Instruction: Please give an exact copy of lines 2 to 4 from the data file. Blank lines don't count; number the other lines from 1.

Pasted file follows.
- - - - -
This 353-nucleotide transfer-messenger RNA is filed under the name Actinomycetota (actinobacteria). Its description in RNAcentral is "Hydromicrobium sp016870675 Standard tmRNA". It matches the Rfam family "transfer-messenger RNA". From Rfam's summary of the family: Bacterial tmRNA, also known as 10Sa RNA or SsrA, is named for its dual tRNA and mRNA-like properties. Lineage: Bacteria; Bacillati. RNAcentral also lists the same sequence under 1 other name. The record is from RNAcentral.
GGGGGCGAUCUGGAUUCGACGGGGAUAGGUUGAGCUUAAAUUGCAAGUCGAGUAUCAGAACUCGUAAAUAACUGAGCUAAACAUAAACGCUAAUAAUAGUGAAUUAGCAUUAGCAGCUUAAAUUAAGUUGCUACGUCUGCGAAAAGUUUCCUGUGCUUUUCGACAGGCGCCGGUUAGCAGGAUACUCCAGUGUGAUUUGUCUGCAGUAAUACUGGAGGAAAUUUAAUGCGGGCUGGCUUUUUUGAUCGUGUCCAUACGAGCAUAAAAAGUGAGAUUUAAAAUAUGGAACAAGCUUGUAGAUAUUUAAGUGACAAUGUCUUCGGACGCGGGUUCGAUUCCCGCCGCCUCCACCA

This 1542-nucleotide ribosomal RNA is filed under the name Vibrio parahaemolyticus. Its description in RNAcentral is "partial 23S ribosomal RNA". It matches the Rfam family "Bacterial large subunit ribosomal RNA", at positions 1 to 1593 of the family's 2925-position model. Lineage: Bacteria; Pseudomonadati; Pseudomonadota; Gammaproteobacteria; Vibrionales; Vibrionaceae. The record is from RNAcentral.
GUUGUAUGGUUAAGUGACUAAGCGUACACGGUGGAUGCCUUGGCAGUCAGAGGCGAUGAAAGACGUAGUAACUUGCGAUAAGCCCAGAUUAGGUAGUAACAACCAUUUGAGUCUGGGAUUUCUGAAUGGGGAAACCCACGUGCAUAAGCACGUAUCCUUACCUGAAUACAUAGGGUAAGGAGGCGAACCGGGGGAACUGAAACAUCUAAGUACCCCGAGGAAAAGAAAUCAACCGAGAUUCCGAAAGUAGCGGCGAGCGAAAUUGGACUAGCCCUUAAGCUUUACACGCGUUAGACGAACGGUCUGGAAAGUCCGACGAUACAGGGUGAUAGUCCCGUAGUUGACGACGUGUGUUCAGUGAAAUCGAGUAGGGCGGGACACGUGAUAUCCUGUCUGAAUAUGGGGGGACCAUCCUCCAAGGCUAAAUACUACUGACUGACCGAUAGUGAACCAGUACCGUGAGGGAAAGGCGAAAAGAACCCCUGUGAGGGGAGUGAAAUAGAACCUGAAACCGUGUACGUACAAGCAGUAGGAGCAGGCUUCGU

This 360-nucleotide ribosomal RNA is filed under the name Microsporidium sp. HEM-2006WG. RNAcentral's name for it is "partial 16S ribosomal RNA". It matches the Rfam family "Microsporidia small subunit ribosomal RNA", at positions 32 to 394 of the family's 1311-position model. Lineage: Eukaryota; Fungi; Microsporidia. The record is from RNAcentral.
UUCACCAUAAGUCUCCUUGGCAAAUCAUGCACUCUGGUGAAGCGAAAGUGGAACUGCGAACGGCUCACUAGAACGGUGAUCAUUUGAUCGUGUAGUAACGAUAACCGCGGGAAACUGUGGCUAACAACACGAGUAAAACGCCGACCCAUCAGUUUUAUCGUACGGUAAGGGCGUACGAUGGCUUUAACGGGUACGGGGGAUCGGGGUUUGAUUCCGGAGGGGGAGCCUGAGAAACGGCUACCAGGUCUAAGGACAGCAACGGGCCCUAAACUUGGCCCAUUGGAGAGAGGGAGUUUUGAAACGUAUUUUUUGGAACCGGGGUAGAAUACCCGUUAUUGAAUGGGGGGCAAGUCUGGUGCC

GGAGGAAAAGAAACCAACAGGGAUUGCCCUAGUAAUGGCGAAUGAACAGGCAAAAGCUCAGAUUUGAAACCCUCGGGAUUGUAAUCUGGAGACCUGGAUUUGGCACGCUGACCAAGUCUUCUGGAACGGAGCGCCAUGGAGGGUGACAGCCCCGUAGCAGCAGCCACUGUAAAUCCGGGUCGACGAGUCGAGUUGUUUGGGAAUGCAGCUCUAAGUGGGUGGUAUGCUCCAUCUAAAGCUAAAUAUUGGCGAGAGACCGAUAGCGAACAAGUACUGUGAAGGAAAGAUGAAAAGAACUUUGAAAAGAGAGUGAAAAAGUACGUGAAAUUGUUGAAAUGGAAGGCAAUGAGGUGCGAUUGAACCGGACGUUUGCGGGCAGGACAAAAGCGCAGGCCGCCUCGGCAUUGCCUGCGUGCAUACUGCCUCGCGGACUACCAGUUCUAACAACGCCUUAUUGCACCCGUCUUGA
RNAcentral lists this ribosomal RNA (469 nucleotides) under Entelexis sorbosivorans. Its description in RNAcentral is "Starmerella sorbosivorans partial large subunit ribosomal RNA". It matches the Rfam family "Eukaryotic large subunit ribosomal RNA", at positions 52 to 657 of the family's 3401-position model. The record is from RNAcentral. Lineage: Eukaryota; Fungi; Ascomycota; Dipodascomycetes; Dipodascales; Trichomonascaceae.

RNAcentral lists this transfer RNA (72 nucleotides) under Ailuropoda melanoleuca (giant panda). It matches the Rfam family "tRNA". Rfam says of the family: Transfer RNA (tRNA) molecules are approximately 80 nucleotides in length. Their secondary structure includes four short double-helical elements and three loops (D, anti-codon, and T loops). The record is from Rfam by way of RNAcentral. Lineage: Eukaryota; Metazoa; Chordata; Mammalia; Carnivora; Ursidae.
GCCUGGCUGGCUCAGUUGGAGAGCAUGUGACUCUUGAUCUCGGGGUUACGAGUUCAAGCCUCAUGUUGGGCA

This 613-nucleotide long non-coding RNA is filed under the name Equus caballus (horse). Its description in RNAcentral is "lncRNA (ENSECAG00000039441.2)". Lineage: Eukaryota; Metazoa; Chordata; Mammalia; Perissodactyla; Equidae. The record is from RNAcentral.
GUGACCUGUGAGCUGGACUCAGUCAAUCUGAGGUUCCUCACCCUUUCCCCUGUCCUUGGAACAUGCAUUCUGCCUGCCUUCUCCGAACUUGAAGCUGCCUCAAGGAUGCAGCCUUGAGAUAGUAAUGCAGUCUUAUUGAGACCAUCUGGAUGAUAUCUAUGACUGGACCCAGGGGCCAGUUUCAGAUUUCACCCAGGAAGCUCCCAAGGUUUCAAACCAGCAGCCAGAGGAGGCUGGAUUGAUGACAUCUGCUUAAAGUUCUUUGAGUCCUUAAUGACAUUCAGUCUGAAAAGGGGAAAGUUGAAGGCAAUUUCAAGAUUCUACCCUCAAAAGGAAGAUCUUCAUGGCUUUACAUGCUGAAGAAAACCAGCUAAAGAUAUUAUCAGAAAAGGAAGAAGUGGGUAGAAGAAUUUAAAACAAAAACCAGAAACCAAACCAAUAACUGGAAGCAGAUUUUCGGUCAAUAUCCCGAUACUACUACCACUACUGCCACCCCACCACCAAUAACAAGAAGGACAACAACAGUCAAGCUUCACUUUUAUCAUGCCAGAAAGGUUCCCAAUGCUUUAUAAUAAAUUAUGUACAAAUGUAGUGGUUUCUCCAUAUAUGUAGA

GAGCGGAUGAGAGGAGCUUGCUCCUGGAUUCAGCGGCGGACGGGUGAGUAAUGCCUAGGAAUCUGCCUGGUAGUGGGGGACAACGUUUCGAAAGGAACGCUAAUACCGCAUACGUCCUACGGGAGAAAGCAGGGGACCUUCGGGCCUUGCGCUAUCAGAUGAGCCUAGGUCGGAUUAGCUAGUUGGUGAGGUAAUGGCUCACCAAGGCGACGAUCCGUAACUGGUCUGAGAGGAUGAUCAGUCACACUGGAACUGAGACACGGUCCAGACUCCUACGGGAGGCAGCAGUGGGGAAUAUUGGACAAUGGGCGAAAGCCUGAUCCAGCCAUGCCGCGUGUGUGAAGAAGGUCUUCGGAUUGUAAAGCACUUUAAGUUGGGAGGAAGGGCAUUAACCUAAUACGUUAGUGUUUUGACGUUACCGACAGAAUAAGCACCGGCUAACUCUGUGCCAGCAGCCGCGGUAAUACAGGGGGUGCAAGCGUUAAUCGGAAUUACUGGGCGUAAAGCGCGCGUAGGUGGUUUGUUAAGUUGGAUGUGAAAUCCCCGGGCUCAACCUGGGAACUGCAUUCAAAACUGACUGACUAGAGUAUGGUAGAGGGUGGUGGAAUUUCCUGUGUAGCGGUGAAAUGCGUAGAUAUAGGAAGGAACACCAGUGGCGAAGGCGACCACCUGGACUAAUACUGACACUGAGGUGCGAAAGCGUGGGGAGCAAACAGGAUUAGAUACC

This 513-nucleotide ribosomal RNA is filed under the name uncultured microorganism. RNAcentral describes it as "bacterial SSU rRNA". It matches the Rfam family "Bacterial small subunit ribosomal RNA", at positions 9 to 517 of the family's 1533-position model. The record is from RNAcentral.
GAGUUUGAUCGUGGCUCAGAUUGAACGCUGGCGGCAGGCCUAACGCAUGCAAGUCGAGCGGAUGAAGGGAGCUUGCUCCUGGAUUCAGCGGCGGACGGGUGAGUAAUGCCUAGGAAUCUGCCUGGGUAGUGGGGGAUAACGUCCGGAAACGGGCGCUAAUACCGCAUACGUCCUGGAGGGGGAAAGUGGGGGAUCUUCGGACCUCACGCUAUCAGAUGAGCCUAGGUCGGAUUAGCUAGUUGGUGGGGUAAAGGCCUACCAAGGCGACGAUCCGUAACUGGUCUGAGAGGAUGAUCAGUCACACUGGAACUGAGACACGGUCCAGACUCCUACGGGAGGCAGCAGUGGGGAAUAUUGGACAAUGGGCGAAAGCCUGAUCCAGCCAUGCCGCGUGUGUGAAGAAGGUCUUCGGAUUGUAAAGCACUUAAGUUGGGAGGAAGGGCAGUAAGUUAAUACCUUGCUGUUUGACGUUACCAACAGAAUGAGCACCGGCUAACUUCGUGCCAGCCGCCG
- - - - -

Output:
GGGGGCGAUCUGGAUUCGACGGGGAUAGGUUGAGCUUAAAUUGCAAGUCGAGUAUCAGAACUCGUAAAUAACUGAGCUAAACAUAAACGCUAAUAAUAGUGAAUUAGCAUUAGCAGCUUAAAUUAAGUUGCUACGUCUGCGAAAAGUUUCCUGUGCUUUUCGACAGGCGCCGGUUAGCAGGAUACUCCAGUGUGAUUUGUCUGCAGUAAUACUGGAGGAAAUUUAAUGCGGGCUGGCUUUUUUGAUCGUGUCCAUACGAGCAUAAAAAGUGAGAUUUAAAAUAUGGAACAAGCUUGUAGAUAUUUAAGUGACAAUGUCUUCGGACGCGGGUUCGAUUCCCGCCGCCUCCACCA

This 1542-nucleotide ribosomal RNA is filed under the name Vibrio parahaemolyticus. Its description in RNAcentral is "partial 23S ribosomal RNA". It matches the Rfam family "Bacterial large subunit ribosomal RNA", at positions 1 to 1593 of the family's 2925-position model. Lineage: Bacteria; Pseudomonadati; Pseudomonadota; Gammaproteobacteria; Vibrionales; Vibrionaceae. The record is from RNAcentral.
GUUGUAUGGUUAAGUGACUAAGCGUACACGGUGGAUGCCUUGGCAGUCAGAGGCGAUGAAAGACGUAGUAACUUGCGAUAAGCCCAGAUUAGGUAGUAACAACCAUUUGAGUCUGGGAUUUCUGAAUGGGGAAACCCACGUGCAUAAGCACGUAUCCUUACCUGAAUACAUAGGGUAAGGAGGCGAACCGGGGGAACUGAAACAUCUAAGUACCCCGAGGAAAAGAAAUCAACCGAGAUUCCGAAAGUAGCGGCGAGCGAAAUUGGACUAGCCCUUAAGCUUUACACGCGUUAGACGAACGGUCUGGAAAGUCCGACGAUACAGGGUGAUAGUCCCGUAGUUGACGACGUGUGUUCAGUGAAAUCGAGUAGGGCGGGACACGUGAUAUCCUGUCUGAAUAUGGGGGGACCAUCCUCCAAGGCUAAAUACUACUGACUGACCGAUAGUGAACCAGUACCGUGAGGGAAAGGCGAAAAGAACCCCUGUGAGGGGAGUGAAAUAGAACCUGAAACCGUGUACGUACAAGCAGUAGGAGCAGGCUUCGU